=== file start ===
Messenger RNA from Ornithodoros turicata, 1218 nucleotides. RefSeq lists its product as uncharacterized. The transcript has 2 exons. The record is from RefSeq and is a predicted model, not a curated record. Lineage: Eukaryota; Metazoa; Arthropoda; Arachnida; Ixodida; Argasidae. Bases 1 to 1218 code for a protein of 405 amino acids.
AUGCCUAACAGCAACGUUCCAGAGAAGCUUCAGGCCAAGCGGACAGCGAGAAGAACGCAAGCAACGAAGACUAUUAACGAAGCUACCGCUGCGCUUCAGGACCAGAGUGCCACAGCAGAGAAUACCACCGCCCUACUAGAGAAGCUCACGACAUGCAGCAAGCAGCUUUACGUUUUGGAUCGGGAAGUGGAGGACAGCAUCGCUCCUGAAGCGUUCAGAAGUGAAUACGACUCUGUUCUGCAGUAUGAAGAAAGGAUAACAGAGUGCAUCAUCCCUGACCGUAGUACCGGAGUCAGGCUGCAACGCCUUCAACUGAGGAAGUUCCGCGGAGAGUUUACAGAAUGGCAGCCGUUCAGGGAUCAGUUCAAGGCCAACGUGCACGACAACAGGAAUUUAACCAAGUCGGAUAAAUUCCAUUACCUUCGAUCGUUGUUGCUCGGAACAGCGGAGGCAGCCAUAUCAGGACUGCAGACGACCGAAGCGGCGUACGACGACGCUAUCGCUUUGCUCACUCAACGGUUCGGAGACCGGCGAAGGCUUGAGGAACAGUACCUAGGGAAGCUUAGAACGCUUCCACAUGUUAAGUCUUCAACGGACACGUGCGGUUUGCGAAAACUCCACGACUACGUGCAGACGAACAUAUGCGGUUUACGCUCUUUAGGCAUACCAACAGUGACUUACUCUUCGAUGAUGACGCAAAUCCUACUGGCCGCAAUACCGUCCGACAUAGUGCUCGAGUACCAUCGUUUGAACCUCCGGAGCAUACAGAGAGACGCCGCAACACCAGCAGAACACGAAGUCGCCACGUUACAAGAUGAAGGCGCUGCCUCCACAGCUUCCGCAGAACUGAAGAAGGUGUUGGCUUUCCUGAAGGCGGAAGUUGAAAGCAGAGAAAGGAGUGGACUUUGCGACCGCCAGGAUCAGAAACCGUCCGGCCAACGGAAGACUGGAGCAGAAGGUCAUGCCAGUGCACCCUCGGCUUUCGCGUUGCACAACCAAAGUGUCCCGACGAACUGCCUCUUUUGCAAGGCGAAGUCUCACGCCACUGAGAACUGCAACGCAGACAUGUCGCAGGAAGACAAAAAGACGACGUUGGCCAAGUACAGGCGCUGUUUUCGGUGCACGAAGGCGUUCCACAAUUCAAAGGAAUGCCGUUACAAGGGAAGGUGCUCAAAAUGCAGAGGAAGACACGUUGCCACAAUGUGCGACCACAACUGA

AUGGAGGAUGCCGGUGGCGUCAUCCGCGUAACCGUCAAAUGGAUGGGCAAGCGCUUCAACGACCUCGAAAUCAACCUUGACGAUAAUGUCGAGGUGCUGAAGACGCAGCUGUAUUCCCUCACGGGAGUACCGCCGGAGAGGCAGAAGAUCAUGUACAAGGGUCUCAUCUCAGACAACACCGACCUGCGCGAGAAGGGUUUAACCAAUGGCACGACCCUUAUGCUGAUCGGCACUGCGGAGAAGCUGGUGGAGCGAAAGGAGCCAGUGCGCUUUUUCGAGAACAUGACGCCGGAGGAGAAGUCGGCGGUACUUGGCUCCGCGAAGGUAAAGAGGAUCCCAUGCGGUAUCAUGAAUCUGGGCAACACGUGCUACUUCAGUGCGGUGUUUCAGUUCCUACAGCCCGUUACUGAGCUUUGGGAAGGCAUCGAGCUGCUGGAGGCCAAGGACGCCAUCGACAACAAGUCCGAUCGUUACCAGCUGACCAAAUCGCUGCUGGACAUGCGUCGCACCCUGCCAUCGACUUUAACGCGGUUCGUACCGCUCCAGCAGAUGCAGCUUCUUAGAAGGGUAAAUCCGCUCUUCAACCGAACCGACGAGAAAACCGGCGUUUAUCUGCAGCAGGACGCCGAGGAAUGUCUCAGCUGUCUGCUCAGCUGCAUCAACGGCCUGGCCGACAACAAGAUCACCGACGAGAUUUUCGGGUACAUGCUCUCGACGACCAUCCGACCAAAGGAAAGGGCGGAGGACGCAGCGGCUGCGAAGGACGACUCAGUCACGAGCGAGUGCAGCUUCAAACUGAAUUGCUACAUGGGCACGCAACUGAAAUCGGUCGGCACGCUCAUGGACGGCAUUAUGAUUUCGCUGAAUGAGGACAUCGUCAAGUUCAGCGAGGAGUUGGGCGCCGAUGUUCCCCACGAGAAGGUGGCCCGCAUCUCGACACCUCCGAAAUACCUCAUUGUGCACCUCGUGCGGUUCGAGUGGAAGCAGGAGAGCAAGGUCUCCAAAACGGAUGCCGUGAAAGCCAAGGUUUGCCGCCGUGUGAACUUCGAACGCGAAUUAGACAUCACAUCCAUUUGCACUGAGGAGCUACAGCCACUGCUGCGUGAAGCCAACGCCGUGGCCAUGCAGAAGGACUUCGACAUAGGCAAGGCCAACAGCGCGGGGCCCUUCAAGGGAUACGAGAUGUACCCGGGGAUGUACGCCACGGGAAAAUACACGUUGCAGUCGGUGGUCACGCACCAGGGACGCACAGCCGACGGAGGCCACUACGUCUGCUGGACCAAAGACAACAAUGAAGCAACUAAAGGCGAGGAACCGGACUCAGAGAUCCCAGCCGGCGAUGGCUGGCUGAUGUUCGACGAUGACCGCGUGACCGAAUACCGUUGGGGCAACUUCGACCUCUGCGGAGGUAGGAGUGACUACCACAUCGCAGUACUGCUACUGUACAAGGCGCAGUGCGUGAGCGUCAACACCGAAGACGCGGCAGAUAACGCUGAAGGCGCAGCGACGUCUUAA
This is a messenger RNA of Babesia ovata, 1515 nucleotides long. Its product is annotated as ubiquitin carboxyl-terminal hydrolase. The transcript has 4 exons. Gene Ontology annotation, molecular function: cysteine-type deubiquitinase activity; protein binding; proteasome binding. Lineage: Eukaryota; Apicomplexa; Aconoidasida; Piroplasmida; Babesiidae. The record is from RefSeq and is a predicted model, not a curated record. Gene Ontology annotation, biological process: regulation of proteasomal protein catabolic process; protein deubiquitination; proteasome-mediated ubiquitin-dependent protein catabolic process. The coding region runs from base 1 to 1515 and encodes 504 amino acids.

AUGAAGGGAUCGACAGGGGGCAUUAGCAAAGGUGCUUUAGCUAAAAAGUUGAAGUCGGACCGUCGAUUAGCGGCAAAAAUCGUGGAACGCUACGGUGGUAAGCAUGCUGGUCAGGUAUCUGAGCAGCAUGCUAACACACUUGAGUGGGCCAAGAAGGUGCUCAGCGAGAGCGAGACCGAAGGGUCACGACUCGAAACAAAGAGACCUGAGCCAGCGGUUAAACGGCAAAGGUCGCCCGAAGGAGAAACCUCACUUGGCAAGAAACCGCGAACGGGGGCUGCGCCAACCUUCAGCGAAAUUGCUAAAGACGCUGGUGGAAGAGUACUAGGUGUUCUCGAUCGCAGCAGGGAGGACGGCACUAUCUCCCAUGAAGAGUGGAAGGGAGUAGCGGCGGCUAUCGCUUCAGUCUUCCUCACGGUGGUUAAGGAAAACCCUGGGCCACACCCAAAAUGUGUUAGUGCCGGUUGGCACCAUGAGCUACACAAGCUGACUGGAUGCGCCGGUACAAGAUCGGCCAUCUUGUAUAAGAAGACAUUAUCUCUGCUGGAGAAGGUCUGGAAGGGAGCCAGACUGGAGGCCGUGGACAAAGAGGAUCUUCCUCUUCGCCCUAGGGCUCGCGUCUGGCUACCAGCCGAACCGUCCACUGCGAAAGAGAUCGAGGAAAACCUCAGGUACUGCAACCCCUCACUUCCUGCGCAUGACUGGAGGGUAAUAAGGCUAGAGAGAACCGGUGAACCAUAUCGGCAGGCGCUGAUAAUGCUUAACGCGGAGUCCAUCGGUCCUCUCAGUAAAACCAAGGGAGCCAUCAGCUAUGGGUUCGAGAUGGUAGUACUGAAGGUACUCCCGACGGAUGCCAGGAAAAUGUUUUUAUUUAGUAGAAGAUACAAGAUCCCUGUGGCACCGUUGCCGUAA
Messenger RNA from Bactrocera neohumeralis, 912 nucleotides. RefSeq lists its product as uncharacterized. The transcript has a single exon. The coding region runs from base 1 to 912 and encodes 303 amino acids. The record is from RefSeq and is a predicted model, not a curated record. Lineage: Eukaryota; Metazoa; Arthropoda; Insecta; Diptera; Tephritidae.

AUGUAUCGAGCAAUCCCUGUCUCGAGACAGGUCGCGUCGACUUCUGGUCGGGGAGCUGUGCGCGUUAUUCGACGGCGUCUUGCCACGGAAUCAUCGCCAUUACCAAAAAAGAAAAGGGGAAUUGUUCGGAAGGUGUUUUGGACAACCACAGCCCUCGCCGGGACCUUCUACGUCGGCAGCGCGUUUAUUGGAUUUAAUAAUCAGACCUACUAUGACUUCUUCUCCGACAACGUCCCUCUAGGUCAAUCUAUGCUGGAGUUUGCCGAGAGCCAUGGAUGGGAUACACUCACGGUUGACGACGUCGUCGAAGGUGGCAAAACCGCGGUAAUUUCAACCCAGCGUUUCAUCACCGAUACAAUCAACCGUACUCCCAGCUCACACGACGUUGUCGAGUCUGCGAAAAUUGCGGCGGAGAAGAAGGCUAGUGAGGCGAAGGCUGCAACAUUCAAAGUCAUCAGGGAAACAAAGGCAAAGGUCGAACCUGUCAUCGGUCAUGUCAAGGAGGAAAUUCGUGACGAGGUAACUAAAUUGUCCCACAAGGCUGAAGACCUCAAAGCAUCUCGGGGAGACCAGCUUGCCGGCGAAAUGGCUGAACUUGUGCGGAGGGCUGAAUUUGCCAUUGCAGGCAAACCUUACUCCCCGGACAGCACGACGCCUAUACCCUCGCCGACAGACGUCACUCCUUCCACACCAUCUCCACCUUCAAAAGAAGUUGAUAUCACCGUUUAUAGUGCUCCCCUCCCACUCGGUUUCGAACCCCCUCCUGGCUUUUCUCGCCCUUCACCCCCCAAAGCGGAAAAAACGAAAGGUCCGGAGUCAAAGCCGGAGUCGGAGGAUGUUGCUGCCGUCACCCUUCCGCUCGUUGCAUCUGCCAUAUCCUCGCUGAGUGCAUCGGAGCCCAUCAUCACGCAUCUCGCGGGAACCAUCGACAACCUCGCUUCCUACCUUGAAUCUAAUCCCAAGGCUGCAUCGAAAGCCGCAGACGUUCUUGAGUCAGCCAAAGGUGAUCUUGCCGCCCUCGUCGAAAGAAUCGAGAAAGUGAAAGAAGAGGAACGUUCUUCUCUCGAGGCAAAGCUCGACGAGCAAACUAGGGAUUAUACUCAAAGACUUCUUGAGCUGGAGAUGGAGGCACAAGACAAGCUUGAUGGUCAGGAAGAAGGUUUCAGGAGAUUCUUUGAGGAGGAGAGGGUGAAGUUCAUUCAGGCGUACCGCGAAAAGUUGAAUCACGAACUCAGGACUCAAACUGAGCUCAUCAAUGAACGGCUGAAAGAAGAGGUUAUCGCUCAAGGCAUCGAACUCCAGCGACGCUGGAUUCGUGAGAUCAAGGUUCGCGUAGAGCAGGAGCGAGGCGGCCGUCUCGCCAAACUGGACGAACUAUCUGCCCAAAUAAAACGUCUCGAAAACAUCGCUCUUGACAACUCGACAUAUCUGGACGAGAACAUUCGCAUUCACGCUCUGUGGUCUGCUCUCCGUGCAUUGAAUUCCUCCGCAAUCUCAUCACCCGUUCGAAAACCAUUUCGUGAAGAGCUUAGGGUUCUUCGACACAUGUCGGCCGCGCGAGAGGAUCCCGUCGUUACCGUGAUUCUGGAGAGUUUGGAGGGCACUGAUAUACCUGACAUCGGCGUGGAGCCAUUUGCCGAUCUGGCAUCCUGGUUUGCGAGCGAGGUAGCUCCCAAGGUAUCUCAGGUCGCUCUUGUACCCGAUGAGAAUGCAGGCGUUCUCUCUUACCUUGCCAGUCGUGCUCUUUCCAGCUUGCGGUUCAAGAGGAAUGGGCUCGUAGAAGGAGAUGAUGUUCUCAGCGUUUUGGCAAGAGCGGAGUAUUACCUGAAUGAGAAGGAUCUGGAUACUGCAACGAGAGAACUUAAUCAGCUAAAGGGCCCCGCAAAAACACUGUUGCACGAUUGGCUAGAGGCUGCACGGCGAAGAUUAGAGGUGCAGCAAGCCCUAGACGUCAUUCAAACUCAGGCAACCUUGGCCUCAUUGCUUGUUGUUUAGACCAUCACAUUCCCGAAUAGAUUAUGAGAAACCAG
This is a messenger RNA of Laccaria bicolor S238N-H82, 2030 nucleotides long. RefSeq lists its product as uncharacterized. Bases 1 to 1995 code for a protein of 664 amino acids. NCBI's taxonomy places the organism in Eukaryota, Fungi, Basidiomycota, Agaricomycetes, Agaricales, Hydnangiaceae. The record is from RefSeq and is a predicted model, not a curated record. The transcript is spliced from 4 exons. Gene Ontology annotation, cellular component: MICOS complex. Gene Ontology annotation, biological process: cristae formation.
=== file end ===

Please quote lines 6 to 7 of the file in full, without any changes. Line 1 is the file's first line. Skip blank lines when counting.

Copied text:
Messenger RNA from Bactrocera neohumeralis, 912 nucleotides. RefSeq lists its product as uncharacterized. The transcript has a single exon. The coding region runs from base 1 to 912 and encodes 303 amino acids. The record is from RefSeq and is a predicted model, not a curated record. Lineage: Eukaryota; Metazoa; Arthropoda; Insecta; Diptera; Tephritidae.

AUGUAUCGAGCAAUCCCUGUCUCGAGACAGGUCGCGUCGACUUCUGGUCGGGGAGCUGUGCGCGUUAUUCGACGGCGUCUUGCCACGGAAUCAUCGCCAUUACCAAAAAAGAAAAGGGGAAUUGUUCGGAAGGUGUUUUGGACAACCACAGCCCUCGCCGGGACCUUCUACGUCGGCAGCGCGUUUAUUGGAUUUAAUAAUCAGACCUACUAUGACUUCUUCUCCGACAACGUCCCUCUAGGUCAAUCUAUGCUGGAGUUUGCCGAGAGCCAUGGAUGGGAUACACUCACGGUUGACGACGUCGUCGAAGGUGGCAAAACCGCGGUAAUUUCAACCCAGCGUUUCAUCACCGAUACAAUCAACCGUACUCCCAGCUCACACGACGUUGUCGAGUCUGCGAAAAUUGCGGCGGAGAAGAAGGCUAGUGAGGCGAAGGCUGCAACAUUCAAAGUCAUCAGGGAAACAAAGGCAAAGGUCGAACCUGUCAUCGGUCAUGUCAAGGAGGAAAUUCGUGACGAGGUAACUAAAUUGUCCCACAAGGCUGAAGACCUCAAAGCAUCUCGGGGAGACCAGCUUGCCGGCGAAAUGGCUGAACUUGUGCGGAGGGCUGAAUUUGCCAUUGCAGGCAAACCUUACUCCCCGGACAGCACGACGCCUAUACCCUCGCCGACAGACGUCACUCCUUCCACACCAUCUCCACCUUCAAAAGAAGUUGAUAUCACCGUUUAUAGUGCUCCCCUCCCACUCGGUUUCGAACCCCCUCCUGGCUUUUCUCGCCCUUCACCCCCCAAAGCGGAAAAAACGAAAGGUCCGGAGUCAAAGCCGGAGUCGGAGGAUGUUGCUGCCGUCACCCUUCCGCUCGUUGCAUCUGCCAUAUCCUCGCUGAGUGCAUCGGAGCCCAUCAUCACGCAUCUCGCGGGAACCAUCGACAACCUCGCUUCCUACCUUGAAUCUAAUCCCAAGGCUGCAUCGAAAGCCGCAGACGUUCUUGAGUCAGCCAAAGGUGAUCUUGCCGCCCUCGUCGAAAGAAUCGAGAAAGUGAAAGAAGAGGAACGUUCUUCUCUCGAGGCAAAGCUCGACGAGCAAACUAGGGAUUAUACUCAAAGACUUCUUGAGCUGGAGAUGGAGGCACAAGACAAGCUUGAUGGUCAGGAAGAAGGUUUCAGGAGAUUCUUUGAGGAGGAGAGGGUGAAGUUCAUUCAGGCGUACCGCGAAAAGUUGAAUCACGAACUCAGGACUCAAACUGAGCUCAUCAAUGAACGGCUGAAAGAAGAGGUUAUCGCUCAAGGCAUCGAACUCCAGCGACGCUGGAUUCGUGAGAUCAAGGUUCGCGUAGAGCAGGAGCGAGGCGGCCGUCUCGCCAAACUGGACGAACUAUCUGCCCAAAUAAAACGUCUCGAAAACAUCGCUCUUGACAACUCGACAUAUCUGGACGAGAACAUUCGCAUUCACGCUCUGUGGUCUGCUCUCCGUGCAUUGAAUUCCUCCGCAAUCUCAUCACCCGUUCGAAAACCAUUUCGUGAAGAGCUUAGGGUUCUUCGACACAUGUCGGCCGCGCGAGAGGAUCCCGUCGUUACCGUGAUUCUGGAGAGUUUGGAGGGCACUGAUAUACCUGACAUCGGCGUGGAGCCAUUUGCCGAUCUGGCAUCCUGGUUUGCGAGCGAGGUAGCUCCCAAGGUAUCUCAGGUCGCUCUUGUACCCGAUGAGAAUGCAGGCGUUCUCUCUUACCUUGCCAGUCGUGCUCUUUCCAGCUUGCGGUUCAAGAGGAAUGGGCUCGUAGAAGGAGAUGAUGUUCUCAGCGUUUUGGCAAGAGCGGAGUAUUACCUGAAUGAGAAGGAUCUGGAUACUGCAACGAGAGAACUUAAUCAGCUAAAGGGCCCCGCAAAAACACUGUUGCACGAUUGGCUAGAGGCUGCACGGCGAAGAUUAGAGGUGCAGCAAGCCCUAGACGUCAUUCAAACUCAGGCAACCUUGGCCUCAUUGCUUGUUGUUUAGACCAUCACAUUCCCGAAUAGAUUAUGAGAAACCAG